WASHINGTON -- Senior Iraqi officials have informed the United States that Baghdad has released a Hezbollah operative who has been accused by U.S. military prosecutors of the killing of U.S. troops, terrorism and espionage, among other crimes, U.S. officials said Friday.
The prisoner, Ali Musa Daqduq, was released despite the entreaties of the Obama administration. In a phone call Tuesday, Vice President Joe Biden told the Iraqi prime minister, Nouri al-Maliki, that Iraq should explore all legal options toward this end, a U.S. official said.
But Mr. Maliki told Mr. Biden that Iraq had run out of legal options to hold Mr. Daqduq, who had been ordered released earlier this year by an Iraqi court.
SALZBURG, Austria -- Iran is poised to double its output of higher-enriched uranium at its fortified underground facility, the U.N. nuclear agency said Friday -- a development that puts Tehran within months of being able to make the core of a nuclear warhead.
In its report, the International Atomic Energy Agency said Iran was ready within days to ramp up its production of 20 percent enriched uranium at its plant at Fordo using 700 more centrifuges.
That would double Iran's present output and cut in half the time it would take to acquire enough of the substance needed to make a nuclear weapon, reducing it to just over three months.
CAIRO -- Thousands of Egyptians gathered outside mosques and in squares across the country on Friday to call on Egypt and the Arab world to back the Palestinians in their conflict with Israel.
Protesters hoisted the Palestinian flag and called for the liberation of Palestine and the destruction of Tel Aviv, as an Israeli military offensive continued for its third day in the neighboring Gaza Strip.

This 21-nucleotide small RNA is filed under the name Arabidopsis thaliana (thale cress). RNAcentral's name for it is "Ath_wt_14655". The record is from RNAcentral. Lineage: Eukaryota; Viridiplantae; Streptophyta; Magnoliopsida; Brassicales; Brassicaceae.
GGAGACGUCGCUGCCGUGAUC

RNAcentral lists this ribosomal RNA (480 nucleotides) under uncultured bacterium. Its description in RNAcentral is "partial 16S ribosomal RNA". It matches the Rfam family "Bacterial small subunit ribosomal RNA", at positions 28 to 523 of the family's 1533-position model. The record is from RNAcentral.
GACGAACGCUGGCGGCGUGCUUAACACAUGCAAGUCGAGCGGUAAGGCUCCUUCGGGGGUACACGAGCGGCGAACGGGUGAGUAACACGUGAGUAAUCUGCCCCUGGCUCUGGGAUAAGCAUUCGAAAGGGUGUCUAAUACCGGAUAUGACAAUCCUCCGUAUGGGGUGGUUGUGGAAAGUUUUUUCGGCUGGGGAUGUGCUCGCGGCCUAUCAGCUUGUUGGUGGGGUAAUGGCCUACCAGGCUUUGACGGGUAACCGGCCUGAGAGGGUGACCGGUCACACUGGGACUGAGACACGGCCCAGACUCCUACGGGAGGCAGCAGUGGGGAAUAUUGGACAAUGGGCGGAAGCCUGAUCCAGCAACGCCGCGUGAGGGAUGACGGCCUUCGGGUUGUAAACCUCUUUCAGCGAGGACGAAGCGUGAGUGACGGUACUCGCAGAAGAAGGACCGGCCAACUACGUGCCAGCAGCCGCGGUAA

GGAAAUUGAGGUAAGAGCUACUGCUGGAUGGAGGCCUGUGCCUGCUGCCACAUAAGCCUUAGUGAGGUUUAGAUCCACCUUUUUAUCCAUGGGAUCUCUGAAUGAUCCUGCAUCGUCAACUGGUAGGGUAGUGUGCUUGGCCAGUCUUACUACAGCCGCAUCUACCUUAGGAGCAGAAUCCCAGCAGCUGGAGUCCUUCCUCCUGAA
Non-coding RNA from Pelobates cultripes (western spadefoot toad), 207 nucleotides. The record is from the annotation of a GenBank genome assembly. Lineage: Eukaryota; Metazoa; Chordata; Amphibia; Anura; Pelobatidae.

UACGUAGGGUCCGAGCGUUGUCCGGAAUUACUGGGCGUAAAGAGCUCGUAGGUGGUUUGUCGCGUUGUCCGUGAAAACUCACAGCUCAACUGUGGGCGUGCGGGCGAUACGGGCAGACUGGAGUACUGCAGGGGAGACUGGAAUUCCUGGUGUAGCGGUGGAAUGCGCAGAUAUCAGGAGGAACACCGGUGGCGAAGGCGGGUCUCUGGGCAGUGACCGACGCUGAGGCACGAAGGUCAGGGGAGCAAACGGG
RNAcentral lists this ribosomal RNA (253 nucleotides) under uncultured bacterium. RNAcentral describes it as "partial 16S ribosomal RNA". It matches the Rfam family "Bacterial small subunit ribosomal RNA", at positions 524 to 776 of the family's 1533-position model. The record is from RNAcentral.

WASHINGTON -- Ignoring threats of retaliation from Moscow, the House of Representatives passed a long-delayed trade deal with Russia on Friday, adding language aimed at cracking down on human rights abuses.
In a rare show of bipartisanship, the House voted 365-43 to approve the bill. It now goes to the Senate, where final passage is expected..
ZAGREB, Croatia -- An international court Friday acquitted two Croatian generals of war crimes charges, sparking nationwide celebration in the small country where the recapture of territory from ethnic Serbs in 1995 has long been seen as an act of liberation, not a crime against humanity.
By a 3-2 margin, the appeals chamber of the International Criminal Tribunal for the Former Yugoslavia reversed a lower chamber that had sentenced Gen. Ante Gotovina to 24 years in prison and Gen. Mladen Markac to 18 years for crimes against humanity and violations of the rules of war.
SIEM REAP, Cambodia -- The United States on Friday reaffirmed its military ties with the authoritarian government of Prime Minister Hun Sen of Cambodia, a former Khmer Rouge commander, but Defense Secretary Leon E. Panetta also warned the country about its long record of human rights abuses.
Mr. Panetta was in Cambodia as part of the Obama administration's "pivot" to Asia to serve as a counterweight to China's rising influence.